There are many possible solutions, but a convenient and accessible way will be to use an appropriate projection. What properties must it have?
It should be conformal (or very nearly so throughout the region of interest). This means there is no relative scale distortion as the bearing is varied around any fixed point but--necessarily--there will be distortion of scale from one point to the next. However, this latter distortion is going to be so small over the neighborhoods in which aspect is computed that it will have negligible influence on the accuracy. The lack of relative local distortion means any aspect computed in the projected coordinates will not be affected by the projection. (The slope, however, might be seriously wrong, which is why for geographically extensive regions it often needs to be computed separately as described elsewhere.)
It should be cylindrical. This means that true north always points in the same direction across the map. When using this common direction to designate the zero angle, aspects (which are computed in the projected coordinate system) will always be correct--or at least will have a constant offset from north, which is easily corrected afterwards.
The family of Mercator projections is conformal and cylindrical. (In fact, this more or less completely determines the Mercator projection, up to scale.) The solution for North America, then, which is covered by the Mercator, is to reproject the original DEM into Mercator and compute its aspect.
For those interested in working near poles, where the Mercator breaks down, it might be most convenient to use a Stereographic projection centered at the pole. Because this is not cylindrical, the aspect will have to be adjusted by the apparent direction of each meridian, which varies systematically from point to point in a simple way: the projected meridian always points directly towards where the pole is projected. For instance, suppose you were to use a Northern Stereographic projection with the Prime Meridian directed to the right. Then a calculated aspect of 270 degrees, which ordinarily would be interpreted as due West, actually corresponds to true North. To make this adjustment, 90 degrees has to be added to the aspect. At another location on the map, corresponding (say) to -90 degrees longitude, the meridian would point straight up to the pole: now, no adjustment is necessary. In general, in this situation, 90 degrees plus the longitude has to be added to the computed aspect (and then reduced modulo 360). But that's a simple sequence of grid operations that can be easily performed after an aspect computation.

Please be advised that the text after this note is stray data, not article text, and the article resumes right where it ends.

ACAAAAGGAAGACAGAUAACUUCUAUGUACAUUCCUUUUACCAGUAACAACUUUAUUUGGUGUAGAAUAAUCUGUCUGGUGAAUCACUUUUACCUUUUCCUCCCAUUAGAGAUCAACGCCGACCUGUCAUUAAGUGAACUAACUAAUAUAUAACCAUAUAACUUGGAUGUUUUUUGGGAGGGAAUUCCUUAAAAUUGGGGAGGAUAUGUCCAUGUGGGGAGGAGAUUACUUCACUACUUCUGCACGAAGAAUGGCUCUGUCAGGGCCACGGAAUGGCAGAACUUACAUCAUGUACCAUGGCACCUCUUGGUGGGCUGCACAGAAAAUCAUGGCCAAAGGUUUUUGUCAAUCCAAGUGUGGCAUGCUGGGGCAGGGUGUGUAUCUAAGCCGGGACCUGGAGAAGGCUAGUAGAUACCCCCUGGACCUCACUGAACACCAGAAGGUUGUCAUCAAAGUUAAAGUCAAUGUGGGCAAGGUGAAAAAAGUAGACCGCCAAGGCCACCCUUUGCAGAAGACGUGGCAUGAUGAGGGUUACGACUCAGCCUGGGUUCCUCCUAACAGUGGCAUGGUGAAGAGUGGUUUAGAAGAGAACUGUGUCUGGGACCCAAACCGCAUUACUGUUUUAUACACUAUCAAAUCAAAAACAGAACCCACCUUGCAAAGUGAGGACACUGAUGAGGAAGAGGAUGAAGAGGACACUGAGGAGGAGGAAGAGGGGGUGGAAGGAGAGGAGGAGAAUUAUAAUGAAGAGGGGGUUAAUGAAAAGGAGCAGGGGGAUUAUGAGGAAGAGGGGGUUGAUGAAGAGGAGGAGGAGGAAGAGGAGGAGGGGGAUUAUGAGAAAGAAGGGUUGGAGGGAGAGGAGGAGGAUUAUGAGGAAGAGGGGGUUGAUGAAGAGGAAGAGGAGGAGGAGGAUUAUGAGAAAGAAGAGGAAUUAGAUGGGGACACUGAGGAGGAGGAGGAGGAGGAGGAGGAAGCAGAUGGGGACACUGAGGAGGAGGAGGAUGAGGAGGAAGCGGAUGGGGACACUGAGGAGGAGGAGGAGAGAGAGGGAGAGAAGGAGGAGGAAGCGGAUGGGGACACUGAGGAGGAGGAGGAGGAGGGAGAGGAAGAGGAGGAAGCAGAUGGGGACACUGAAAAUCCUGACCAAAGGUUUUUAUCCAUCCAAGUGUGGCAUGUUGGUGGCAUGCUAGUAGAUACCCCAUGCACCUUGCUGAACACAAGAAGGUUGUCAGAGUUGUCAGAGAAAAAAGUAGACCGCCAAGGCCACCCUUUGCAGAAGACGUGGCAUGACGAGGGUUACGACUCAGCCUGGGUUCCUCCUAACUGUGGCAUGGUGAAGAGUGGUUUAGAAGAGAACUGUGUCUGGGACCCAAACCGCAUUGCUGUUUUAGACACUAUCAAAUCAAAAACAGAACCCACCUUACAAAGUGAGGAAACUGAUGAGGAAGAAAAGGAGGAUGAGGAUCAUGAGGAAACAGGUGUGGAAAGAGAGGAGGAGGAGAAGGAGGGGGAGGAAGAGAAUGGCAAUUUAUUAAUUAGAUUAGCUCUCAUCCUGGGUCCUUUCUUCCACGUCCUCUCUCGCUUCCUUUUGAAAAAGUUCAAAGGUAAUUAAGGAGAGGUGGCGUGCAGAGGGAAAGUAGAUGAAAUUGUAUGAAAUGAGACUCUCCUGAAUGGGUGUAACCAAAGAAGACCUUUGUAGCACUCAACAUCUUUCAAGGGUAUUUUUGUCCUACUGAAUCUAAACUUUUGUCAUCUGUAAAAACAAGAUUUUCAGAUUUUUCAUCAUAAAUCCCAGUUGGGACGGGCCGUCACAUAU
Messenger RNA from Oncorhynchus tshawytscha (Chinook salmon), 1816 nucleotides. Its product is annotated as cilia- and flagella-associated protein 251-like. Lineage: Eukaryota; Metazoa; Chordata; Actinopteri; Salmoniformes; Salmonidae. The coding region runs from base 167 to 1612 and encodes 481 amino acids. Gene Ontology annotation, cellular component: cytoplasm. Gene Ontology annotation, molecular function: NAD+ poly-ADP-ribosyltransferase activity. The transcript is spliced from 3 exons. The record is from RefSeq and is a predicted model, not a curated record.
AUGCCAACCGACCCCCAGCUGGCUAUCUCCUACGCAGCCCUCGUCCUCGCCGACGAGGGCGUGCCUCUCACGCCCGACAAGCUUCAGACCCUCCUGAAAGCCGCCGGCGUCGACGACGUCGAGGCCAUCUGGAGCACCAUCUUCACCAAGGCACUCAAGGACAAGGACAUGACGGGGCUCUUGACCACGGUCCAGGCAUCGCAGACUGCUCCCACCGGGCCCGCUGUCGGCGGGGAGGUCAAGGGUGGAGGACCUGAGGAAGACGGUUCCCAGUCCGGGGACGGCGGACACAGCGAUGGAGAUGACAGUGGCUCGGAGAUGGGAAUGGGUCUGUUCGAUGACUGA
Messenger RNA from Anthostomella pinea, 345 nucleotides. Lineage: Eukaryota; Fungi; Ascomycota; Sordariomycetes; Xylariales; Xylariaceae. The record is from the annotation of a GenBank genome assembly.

For worldwide calculations, perform computations on overlapping areas covering the two poles and the near-Equatorial regions. Reproject those results to a common coordinate system and mosaic them. As a double-check, the aspects computed in the overlapping regions should be in close agreement throughout.
Because the projection used to compute the aspect might not be the one desired for further analysis, you might need to reproject the aspect grid. This must be done by computing a cosine and sine grid of the aspects, reprojecting them, and recombining those via an arctangent calculation. See https://gis.stackexchange.com/a/133709 for further discussion.